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September 05, 1975 - Image 29

Resource type:
The Detroit Jewish News, 1975-09-05

Disclaimer: Computer generated plain text may have errors. Read more about this.


Friday, September 5, 1975 29

Meir, Dayan, Yom Kippur War

(Continued from Page 26)

General Staff, in addition to
his own staff, without ap-
preciating that in a parlia-
mentary democracy the re-
sponsibility for these
matters fell on him too.
Likewise, in all matters
of military preparedness
and intelligence evaluations,
he was responsible to the
prime minister and the Cab-
"The shock of the war
caused something to snap in
Dayan. The initial Arab
Canal should not
onslaught and success
threw him into a fit of pessi- have been any less.
"On many occasions his
mism, which colored his
evaluations right through instincts both about ap-
the war. He spent a consid- pointments and other devel-
erable amount of time in the opments in the armed forces
front line, away from the were correct, but strangely
nerve centre, frequently enough, and contrary to
creating an air of pessimism popular conceptions, he hes-
around him and giving ad- itated to impose his will.
"After the war Dayan
vice which, had it been
out of his way to
taken, could have changed
Mrs. Meir, and jus-
the course of the war and praise
would have left Israel with- tifiably so, because it was
out the trump,cards that to a great degree her
proved to be so valuable in strength of character and
the disengagement negotia- ability to remain composed
in the most difficult cir-
"It is difficult to evaluate cumstances which coun-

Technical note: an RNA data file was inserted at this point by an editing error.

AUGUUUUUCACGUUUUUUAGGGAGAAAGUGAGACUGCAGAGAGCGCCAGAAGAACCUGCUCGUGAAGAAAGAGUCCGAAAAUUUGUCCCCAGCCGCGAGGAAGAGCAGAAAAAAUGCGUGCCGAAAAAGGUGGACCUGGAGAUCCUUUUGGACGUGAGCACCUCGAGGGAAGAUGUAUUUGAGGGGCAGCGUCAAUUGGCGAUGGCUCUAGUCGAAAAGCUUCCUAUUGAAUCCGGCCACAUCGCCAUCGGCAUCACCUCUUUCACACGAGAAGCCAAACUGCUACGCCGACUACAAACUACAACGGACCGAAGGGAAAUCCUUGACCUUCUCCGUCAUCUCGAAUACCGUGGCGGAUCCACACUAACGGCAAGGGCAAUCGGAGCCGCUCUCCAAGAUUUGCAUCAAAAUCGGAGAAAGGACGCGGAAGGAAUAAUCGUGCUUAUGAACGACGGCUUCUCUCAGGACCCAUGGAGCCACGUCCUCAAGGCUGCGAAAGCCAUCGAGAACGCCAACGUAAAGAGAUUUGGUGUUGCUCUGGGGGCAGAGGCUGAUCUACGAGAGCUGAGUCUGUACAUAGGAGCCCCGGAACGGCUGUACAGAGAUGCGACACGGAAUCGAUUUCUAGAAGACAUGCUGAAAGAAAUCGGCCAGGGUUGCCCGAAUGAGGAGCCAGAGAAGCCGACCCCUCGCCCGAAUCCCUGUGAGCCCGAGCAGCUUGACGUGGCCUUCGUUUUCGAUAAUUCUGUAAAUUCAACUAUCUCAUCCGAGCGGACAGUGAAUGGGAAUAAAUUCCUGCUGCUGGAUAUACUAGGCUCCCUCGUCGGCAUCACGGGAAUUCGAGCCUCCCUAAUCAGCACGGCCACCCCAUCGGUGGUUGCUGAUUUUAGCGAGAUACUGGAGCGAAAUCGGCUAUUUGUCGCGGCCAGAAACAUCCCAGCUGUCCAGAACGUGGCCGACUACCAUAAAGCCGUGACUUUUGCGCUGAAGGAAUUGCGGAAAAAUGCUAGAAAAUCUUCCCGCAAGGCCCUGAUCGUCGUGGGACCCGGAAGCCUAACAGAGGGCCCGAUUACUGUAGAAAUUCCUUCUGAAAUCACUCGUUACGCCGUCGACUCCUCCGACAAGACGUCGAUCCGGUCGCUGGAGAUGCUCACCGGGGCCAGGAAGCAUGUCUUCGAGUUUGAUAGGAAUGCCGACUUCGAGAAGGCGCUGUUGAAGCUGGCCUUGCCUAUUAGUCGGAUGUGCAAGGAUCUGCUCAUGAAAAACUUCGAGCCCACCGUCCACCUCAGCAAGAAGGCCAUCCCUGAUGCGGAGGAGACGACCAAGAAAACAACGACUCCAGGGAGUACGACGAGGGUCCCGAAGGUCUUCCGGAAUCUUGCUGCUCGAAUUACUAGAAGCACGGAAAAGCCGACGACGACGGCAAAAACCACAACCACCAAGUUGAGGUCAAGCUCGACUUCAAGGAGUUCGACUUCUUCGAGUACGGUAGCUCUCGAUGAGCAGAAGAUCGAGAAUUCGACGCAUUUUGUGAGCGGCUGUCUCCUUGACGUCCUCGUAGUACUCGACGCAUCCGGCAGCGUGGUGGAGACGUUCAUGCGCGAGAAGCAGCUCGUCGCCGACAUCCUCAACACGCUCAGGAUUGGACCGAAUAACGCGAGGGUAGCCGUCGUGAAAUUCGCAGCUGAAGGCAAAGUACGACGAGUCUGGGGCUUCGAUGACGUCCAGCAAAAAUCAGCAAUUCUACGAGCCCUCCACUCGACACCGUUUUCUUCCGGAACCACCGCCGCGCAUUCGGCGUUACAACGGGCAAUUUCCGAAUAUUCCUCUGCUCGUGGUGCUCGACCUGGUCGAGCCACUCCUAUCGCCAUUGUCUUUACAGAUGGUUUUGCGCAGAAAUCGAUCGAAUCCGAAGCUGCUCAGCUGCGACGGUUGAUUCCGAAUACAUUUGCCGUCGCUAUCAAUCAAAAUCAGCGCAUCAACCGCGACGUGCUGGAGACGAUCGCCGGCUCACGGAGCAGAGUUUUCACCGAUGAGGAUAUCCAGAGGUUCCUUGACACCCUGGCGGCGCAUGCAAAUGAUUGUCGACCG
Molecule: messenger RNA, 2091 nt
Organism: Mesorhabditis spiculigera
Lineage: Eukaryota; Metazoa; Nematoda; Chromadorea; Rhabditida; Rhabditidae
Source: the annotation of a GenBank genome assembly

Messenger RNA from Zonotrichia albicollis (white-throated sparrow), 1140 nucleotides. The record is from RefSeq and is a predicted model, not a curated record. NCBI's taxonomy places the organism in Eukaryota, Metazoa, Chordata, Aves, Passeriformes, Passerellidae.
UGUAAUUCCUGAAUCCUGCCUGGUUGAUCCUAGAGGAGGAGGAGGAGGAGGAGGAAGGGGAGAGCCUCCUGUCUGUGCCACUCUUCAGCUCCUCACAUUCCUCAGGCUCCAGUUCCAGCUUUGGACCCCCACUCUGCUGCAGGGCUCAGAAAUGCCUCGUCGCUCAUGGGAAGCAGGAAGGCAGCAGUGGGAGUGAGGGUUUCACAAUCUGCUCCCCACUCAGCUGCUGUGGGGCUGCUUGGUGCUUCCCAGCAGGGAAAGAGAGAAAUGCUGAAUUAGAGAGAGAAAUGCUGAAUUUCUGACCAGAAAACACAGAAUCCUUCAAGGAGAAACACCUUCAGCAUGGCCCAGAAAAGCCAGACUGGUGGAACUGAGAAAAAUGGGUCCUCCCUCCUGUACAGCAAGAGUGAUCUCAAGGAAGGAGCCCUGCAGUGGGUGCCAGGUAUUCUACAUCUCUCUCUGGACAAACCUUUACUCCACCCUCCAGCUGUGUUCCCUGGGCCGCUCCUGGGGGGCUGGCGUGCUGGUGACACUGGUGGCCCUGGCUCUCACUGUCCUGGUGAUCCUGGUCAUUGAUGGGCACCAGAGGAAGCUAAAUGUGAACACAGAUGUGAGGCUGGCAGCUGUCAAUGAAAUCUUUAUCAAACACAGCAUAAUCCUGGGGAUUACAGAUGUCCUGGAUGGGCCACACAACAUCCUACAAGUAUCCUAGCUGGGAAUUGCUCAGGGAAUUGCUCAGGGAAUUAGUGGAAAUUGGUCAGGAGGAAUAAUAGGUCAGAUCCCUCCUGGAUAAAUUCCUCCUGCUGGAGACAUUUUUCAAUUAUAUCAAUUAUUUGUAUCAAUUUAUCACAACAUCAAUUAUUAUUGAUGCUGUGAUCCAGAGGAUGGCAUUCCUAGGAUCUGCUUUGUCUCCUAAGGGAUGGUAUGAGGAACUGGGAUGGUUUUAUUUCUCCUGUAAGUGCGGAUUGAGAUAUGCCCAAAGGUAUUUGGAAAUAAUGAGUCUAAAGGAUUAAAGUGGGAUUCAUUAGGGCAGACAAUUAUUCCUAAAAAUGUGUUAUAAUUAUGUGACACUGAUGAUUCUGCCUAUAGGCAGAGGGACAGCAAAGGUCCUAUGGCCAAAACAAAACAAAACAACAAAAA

the logic behind his think- teracted Dayan's pessim-
ing, issuing a directive in istic nature and his
May to prepare for war in
"Mrs. Meir's method of
late 1973 and then, in the government brought about a
light of all the intelligence system whereby there were
in the first week of October no checks and balances and
and on Yom Kippur morn- no alternative evaluations.
ing, opposing the total mo- Her doctrinaire, inflexible
bilization demanded by the approach to problems and to
chief of staff, thus causing government was to contrib-
the loss of valuable hours of ute to the failings of the gov-
mobilization time.
ernment before the war.
"She was very much the
"Dayan was repeatedly
overbearing mother 'who
"Had his suggestion on ruled the roost with an iron
the first day for with- hand. She had little idea of
drawal to the line of the orderly administration and
passes in Sinai been ac- preferred to work closely
cepted, the subsequent Is- with her cronies, creating
raeli crossing of the Canal an ad hoc system of govern-
would have been impossi- ment based on what was
ble. He misread the politi- known as her 'kitchen'.
"But once war had broken
cal developments, main-
taining all through the out these very traits proved
war that there would be no to be an asset. She was
strong and adamant and
"In his favor it should be gave the country the power-
said that he read the inter- ful leadership it required
national situation, with par- both in time of war and in
ticular reference to the So- the involved post-war politi-
viet Union, as the political cal negotiations.
"On many occasions
general he is. But militarily
he moved from the extreme she, a woman who had
of complete confidence that reached 75, found herself
the ratio of forces along the thrust into a position
fronts was adequate to deal where she had to decide